Like many organisations, professional services firms have found that consultancy arrangements are a versatile way of engaging and retaining staff. Consultants can be used to provide extra capacity for big projects or bring specialist expertise, whilst a consultancy arrangement can allow retiring partners to continue to work with their firm in a different capacity.

As we reported last year, the Government is introducing fundamental changes to the tax rules (often referred to as IR35) that apply to consultants engaged through intermediaries (such as personal service companies) in the private sector. Despite calls to delay the implementation of the new rules until at least April 2021 to give businesses enough time to prepare, the Government has now confirmed that the new rules will take effect from 6 April 2020.

Where the new rules apply, they will significantly increase the administrative and compliance burden on firms that use consultants. This means that firms using consultants should be preparing for the new rules now and taking steps to actively address the compliance challenges created by the new regime.

Read on to find out what practical steps we recommend your firm should take now.

1. What is changing?

Under the current IR35 rules, where a consultant is engaged via an intermediary (such as the consultant’s own personal service company), the intermediary is responsible for determining the consultant’s deemed employment status for tax purposes and, where appropriate, accounting to HMRC for PAYE/employer National Insurance/social security contributions.

The Government believes that only 10% of personal service companies are applying the current IR35 rules correctly. The reforms are intended to increase compliance by making the end-client responsible for determining the consultant’s deemed employment status and, where appropriate, making PAYE deductions and paying employer National Insurance/social security contributions on the consultancy fees. The Government estimates that over 66,000 businesses will be impacted by the new rules.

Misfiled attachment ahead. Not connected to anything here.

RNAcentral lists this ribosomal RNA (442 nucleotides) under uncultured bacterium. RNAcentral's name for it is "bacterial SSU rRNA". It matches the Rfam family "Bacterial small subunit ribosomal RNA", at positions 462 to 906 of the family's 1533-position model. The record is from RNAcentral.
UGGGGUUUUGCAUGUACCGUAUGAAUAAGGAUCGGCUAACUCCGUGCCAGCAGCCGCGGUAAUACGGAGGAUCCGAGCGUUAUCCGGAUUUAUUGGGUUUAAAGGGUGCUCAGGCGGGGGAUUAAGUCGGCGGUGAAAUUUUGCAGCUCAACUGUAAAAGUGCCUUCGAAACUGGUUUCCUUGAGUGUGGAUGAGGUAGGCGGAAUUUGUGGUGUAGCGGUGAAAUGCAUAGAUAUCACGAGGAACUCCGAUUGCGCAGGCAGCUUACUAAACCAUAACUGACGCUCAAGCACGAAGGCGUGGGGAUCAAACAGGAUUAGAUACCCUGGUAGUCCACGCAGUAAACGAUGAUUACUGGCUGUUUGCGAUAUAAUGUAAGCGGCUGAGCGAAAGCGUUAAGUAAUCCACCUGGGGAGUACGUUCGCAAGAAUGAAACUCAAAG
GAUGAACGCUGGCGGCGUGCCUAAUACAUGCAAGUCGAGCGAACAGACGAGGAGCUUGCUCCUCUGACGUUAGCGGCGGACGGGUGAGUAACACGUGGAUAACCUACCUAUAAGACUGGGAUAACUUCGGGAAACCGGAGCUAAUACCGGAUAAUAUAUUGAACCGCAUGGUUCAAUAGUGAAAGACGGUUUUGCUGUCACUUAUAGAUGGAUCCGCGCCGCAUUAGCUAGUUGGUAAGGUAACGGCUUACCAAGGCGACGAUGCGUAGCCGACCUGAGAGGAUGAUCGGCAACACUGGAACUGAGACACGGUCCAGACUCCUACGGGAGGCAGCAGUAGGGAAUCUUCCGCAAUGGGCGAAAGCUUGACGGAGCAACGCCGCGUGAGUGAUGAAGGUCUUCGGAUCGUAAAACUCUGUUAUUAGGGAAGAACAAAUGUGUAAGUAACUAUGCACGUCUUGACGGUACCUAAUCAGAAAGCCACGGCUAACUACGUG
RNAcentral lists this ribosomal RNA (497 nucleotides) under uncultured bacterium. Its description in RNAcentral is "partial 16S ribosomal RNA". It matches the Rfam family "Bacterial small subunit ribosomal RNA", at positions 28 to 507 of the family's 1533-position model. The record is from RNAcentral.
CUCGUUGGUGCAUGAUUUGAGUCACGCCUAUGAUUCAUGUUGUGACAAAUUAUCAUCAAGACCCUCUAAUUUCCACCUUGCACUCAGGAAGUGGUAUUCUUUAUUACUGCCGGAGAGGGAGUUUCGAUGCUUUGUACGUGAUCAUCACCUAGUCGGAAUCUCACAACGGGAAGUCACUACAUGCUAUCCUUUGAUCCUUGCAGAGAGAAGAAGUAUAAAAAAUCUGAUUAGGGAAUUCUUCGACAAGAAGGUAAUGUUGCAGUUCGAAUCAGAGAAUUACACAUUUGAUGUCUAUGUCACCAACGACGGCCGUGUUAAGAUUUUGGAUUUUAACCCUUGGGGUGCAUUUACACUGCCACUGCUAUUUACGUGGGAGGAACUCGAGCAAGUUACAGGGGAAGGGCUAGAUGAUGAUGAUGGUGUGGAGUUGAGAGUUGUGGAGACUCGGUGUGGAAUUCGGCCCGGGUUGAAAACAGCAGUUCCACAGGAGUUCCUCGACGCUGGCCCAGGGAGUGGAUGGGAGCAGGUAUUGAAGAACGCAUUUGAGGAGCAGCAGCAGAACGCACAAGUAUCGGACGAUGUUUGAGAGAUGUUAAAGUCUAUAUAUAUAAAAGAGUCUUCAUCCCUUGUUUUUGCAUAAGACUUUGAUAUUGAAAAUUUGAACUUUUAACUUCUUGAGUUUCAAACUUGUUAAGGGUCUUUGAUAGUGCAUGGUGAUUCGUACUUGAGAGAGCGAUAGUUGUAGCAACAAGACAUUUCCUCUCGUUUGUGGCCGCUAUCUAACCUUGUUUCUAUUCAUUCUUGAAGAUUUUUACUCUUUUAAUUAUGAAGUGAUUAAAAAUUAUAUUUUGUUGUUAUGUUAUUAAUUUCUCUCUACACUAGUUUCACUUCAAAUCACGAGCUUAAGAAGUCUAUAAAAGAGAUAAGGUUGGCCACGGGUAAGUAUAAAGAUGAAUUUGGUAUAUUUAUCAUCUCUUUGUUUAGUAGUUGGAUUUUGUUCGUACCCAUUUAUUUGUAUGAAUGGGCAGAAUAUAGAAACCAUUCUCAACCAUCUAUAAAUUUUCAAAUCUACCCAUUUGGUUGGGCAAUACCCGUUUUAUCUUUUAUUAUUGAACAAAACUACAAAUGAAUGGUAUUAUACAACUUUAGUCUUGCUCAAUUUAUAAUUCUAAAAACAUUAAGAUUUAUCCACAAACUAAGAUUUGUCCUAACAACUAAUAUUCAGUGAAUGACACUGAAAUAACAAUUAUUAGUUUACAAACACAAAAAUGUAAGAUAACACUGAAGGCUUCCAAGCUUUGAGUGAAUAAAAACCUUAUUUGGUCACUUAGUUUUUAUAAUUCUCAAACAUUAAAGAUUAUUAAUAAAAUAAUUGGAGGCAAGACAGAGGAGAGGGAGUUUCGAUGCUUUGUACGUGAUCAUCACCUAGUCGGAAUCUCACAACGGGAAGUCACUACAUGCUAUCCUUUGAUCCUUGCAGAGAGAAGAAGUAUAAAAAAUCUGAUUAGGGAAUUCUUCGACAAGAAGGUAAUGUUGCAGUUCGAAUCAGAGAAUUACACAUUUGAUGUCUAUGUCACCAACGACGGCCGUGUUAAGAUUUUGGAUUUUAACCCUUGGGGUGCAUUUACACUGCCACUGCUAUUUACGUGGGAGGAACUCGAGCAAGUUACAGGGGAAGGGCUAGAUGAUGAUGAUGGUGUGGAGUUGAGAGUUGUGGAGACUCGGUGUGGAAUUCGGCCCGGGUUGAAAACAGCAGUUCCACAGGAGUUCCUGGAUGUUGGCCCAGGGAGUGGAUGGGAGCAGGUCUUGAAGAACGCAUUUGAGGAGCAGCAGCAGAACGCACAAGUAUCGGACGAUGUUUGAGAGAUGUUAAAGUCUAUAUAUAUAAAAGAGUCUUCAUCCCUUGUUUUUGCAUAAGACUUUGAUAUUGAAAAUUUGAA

2. Who do the changes impact?

The reforms to IR35 will apply to all large and medium-sized companies, limited liability partnerships (LLPs) and unincorporated organisations (including traditional partnerships) that engage consultants through intermediaries. Overseas LLPs, as used by many US law firms, will also be caught. Only companies, LLPs and unincorporated organisations that are regarded as “small” will not be caught by the new rules.

For these purposes, a company or LLP is “small” if it satisfies at least two of the following conditions:

  • Annual turnover of up to £10.2m
  • Balance sheet total of up to £5.1m
  • Fewer than 50 employees

For unincorporated organisations, only the turnover test is relevant so a traditional partnership will only be “small” if its annual turnover does not exceed £10.2m.

However, whatever the size of your firm, you should be aware that the reforms to the off-payroll working rules are part of a wider package of measures to crack down on perceived unlawful tax avoidance, and firms should expect an increased level of scrutiny over the tax treatment of staffing arrangements. Following a change to the law in September 2017, all businesses (whatever their size) that fail to take adequate steps to ensure their staffing arrangements do not permit the facilitation of tax evasion by third parties in their supply chain are also at risk of being subjected to criminal penalties.

3. How will the reforms to IR35 impact your firm?

If your firm is a large or medium-sized business and engages consultants through intermediaries, once the new rules come into force in April 2020, as the “client” of the consultancy services your firm will need to:

  • Determine each consultant’s deemed employment status. To prevent “blanket determinations”, the legislation provides that a determination will be invalid if the client fails to take “reasonable care” in reaching its conclusions.
  • Notify the consultant of the determination and the reasons relied on for the determination. If the consultant disagrees with the determination, the client must provide a dispute resolution process that allows the consultant to challenge the determination.